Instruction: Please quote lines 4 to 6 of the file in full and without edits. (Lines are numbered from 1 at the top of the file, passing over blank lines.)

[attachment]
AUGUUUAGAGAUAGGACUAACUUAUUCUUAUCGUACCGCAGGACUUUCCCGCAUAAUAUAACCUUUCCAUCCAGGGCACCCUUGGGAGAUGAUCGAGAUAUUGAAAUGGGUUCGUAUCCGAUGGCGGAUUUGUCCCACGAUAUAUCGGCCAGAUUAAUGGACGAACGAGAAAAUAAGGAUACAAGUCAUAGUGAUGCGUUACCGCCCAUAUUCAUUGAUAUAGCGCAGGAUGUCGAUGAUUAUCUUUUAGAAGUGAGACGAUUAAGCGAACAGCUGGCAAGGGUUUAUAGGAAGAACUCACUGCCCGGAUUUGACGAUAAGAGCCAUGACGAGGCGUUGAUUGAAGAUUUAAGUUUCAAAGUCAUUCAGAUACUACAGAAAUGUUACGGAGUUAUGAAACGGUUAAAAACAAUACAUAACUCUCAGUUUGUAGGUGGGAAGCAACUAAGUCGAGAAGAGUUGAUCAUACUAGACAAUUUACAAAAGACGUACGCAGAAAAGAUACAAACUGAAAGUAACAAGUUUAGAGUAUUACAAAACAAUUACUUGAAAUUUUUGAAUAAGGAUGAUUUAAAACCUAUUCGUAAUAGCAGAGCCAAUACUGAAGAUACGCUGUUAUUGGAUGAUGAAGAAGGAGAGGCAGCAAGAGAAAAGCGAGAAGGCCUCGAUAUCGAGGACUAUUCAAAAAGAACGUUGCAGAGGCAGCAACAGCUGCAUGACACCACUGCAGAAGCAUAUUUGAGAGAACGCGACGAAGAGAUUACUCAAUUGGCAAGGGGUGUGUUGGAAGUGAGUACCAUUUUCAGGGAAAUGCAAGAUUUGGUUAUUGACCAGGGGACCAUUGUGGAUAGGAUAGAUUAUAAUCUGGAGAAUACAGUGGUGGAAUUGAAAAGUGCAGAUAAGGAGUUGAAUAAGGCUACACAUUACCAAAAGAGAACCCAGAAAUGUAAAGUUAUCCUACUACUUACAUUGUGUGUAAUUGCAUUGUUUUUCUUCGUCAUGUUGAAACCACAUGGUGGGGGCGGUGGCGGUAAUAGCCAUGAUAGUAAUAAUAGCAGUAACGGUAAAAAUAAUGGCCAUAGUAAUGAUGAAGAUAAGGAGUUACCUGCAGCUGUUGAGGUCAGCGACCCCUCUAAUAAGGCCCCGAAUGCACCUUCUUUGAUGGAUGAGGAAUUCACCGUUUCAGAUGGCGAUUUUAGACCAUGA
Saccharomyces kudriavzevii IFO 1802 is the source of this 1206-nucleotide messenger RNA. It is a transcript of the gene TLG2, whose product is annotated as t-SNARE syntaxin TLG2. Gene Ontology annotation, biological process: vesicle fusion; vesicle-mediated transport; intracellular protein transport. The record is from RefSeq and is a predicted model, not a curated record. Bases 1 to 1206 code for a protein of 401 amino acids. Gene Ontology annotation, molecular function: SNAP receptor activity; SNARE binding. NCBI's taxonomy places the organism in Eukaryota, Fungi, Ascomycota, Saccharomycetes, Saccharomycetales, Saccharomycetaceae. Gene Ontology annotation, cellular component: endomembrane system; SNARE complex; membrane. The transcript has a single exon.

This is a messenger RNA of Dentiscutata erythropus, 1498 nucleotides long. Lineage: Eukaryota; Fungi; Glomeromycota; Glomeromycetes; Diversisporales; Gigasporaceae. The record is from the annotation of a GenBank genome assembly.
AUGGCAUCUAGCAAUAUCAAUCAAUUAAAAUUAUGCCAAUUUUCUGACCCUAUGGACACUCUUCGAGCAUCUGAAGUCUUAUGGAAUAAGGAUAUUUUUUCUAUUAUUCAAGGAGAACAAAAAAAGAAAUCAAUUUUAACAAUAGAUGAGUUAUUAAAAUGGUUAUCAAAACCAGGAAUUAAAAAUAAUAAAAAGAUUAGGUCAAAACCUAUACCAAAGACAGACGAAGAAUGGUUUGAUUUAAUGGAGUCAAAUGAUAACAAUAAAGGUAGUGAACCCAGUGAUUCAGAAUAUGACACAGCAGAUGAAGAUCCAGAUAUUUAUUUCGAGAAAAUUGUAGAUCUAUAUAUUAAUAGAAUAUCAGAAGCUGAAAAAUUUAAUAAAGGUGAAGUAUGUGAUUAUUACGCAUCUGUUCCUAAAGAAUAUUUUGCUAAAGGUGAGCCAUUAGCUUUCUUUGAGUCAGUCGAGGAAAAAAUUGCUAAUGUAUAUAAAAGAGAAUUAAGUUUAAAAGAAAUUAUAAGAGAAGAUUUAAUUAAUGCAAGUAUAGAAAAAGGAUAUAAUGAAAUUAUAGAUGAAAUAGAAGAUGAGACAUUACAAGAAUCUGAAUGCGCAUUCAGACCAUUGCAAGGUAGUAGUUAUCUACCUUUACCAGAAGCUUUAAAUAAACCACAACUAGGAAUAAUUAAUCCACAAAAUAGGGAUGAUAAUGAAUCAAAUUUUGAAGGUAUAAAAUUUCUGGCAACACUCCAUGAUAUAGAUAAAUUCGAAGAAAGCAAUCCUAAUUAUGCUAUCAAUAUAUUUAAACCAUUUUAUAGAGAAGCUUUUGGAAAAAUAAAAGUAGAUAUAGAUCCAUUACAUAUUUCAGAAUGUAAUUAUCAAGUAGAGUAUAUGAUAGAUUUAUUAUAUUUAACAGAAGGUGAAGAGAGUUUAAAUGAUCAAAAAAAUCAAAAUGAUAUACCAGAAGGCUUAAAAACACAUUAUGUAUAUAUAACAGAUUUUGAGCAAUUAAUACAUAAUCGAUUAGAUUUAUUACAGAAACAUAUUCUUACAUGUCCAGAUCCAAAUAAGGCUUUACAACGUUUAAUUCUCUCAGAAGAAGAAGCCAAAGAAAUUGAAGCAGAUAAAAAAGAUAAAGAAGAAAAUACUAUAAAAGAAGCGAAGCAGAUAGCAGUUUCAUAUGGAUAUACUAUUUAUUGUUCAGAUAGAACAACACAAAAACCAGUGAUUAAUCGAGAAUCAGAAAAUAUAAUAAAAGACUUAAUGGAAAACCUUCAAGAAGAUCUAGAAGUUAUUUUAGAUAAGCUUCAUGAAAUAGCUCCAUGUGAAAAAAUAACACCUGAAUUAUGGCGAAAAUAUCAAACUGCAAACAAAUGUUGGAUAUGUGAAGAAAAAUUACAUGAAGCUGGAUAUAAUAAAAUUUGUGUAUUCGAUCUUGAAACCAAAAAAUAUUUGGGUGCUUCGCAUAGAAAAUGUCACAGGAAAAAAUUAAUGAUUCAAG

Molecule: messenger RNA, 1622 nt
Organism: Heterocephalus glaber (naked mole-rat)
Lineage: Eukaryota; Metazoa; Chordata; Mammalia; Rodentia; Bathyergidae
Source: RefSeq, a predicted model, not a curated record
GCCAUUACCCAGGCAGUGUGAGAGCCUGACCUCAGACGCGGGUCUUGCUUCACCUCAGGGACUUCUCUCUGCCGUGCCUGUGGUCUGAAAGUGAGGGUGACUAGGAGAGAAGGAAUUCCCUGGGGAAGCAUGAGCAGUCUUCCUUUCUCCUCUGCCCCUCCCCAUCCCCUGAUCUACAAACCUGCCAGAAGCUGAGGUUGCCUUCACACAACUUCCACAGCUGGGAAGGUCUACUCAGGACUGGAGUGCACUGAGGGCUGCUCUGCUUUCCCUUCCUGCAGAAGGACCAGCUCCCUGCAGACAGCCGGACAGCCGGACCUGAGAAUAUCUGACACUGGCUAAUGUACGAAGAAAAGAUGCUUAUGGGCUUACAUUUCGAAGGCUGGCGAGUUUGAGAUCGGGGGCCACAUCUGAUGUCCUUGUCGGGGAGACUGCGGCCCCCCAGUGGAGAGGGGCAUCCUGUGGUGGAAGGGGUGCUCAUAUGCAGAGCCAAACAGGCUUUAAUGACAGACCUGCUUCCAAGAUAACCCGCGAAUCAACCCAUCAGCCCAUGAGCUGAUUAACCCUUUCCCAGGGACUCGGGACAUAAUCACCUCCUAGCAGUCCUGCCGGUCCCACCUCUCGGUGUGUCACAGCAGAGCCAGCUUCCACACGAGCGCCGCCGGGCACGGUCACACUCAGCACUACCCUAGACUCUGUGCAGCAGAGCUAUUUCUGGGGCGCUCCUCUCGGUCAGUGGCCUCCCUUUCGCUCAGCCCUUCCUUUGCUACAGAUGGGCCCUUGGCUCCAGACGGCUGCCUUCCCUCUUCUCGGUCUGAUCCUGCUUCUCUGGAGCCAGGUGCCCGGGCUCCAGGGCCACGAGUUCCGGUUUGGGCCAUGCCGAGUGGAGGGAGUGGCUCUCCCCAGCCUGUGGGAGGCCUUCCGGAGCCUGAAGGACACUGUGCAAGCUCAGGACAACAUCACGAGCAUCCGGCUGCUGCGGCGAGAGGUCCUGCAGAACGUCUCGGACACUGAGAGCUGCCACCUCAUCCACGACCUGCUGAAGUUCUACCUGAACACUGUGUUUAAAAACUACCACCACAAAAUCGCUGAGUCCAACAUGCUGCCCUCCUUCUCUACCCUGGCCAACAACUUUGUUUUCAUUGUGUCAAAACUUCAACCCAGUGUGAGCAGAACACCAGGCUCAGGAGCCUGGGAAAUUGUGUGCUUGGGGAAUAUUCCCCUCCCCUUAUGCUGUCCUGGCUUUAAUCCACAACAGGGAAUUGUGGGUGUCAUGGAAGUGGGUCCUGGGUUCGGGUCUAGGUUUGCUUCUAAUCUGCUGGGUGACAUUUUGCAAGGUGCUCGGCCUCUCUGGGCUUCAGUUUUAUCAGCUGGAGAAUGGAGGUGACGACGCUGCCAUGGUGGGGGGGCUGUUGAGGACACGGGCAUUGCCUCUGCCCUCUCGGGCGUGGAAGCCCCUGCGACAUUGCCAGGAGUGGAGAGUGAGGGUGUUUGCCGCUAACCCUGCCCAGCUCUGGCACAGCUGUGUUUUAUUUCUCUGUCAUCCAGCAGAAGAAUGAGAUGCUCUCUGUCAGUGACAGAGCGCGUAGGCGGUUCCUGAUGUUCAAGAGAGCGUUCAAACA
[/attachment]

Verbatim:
AUGGCAUCUAGCAAUAUCAAUCAAUUAAAAUUAUGCCAAUUUUCUGACCCUAUGGACACUCUUCGAGCAUCUGAAGUCUUAUGGAAUAAGGAUAUUUUUUCUAUUAUUCAAGGAGAACAAAAAAAGAAAUCAAUUUUAACAAUAGAUGAGUUAUUAAAAUGGUUAUCAAAACCAGGAAUUAAAAAUAAUAAAAAGAUUAGGUCAAAACCUAUACCAAAGACAGACGAAGAAUGGUUUGAUUUAAUGGAGUCAAAUGAUAACAAUAAAGGUAGUGAACCCAGUGAUUCAGAAUAUGACACAGCAGAUGAAGAUCCAGAUAUUUAUUUCGAGAAAAUUGUAGAUCUAUAUAUUAAUAGAAUAUCAGAAGCUGAAAAAUUUAAUAAAGGUGAAGUAUGUGAUUAUUACGCAUCUGUUCCUAAAGAAUAUUUUGCUAAAGGUGAGCCAUUAGCUUUCUUUGAGUCAGUCGAGGAAAAAAUUGCUAAUGUAUAUAAAAGAGAAUUAAGUUUAAAAGAAAUUAUAAGAGAAGAUUUAAUUAAUGCAAGUAUAGAAAAAGGAUAUAAUGAAAUUAUAGAUGAAAUAGAAGAUGAGACAUUACAAGAAUCUGAAUGCGCAUUCAGACCAUUGCAAGGUAGUAGUUAUCUACCUUUACCAGAAGCUUUAAAUAAACCACAACUAGGAAUAAUUAAUCCACAAAAUAGGGAUGAUAAUGAAUCAAAUUUUGAAGGUAUAAAAUUUCUGGCAACACUCCAUGAUAUAGAUAAAUUCGAAGAAAGCAAUCCUAAUUAUGCUAUCAAUAUAUUUAAACCAUUUUAUAGAGAAGCUUUUGGAAAAAUAAAAGUAGAUAUAGAUCCAUUACAUAUUUCAGAAUGUAAUUAUCAAGUAGAGUAUAUGAUAGAUUUAUUAUAUUUAACAGAAGGUGAAGAGAGUUUAAAUGAUCAAAAAAAUCAAAAUGAUAUACCAGAAGGCUUAAAAACACAUUAUGUAUAUAUAACAGAUUUUGAGCAAUUAAUACAUAAUCGAUUAGAUUUAUUACAGAAACAUAUUCUUACAUGUCCAGAUCCAAAUAAGGCUUUACAACGUUUAAUUCUCUCAGAAGAAGAAGCCAAAGAAAUUGAAGCAGAUAAAAAAGAUAAAGAAGAAAAUACUAUAAAAGAAGCGAAGCAGAUAGCAGUUUCAUAUGGAUAUACUAUUUAUUGUUCAGAUAGAACAACACAAAAACCAGUGAUUAAUCGAGAAUCAGAAAAUAUAAUAAAAGACUUAAUGGAAAACCUUCAAGAAGAUCUAGAAGUUAUUUUAGAUAAGCUUCAUGAAAUAGCUCCAUGUGAAAAAAUAACACCUGAAUUAUGGCGAAAAUAUCAAACUGCAAACAAAUGUUGGAUAUGUGAAGAAAAAUUACAUGAAGCUGGAUAUAAUAAAAUUUGUGUAUUCGAUCUUGAAACCAAAAAAUAUUUGGGUGCUUCGCAUAGAAAAUGUCACAGGAAAAAAUUAAUGAUUCAAG

Molecule: messenger RNA, 1622 nt
Organism: Heterocephalus glaber (naked mole-rat)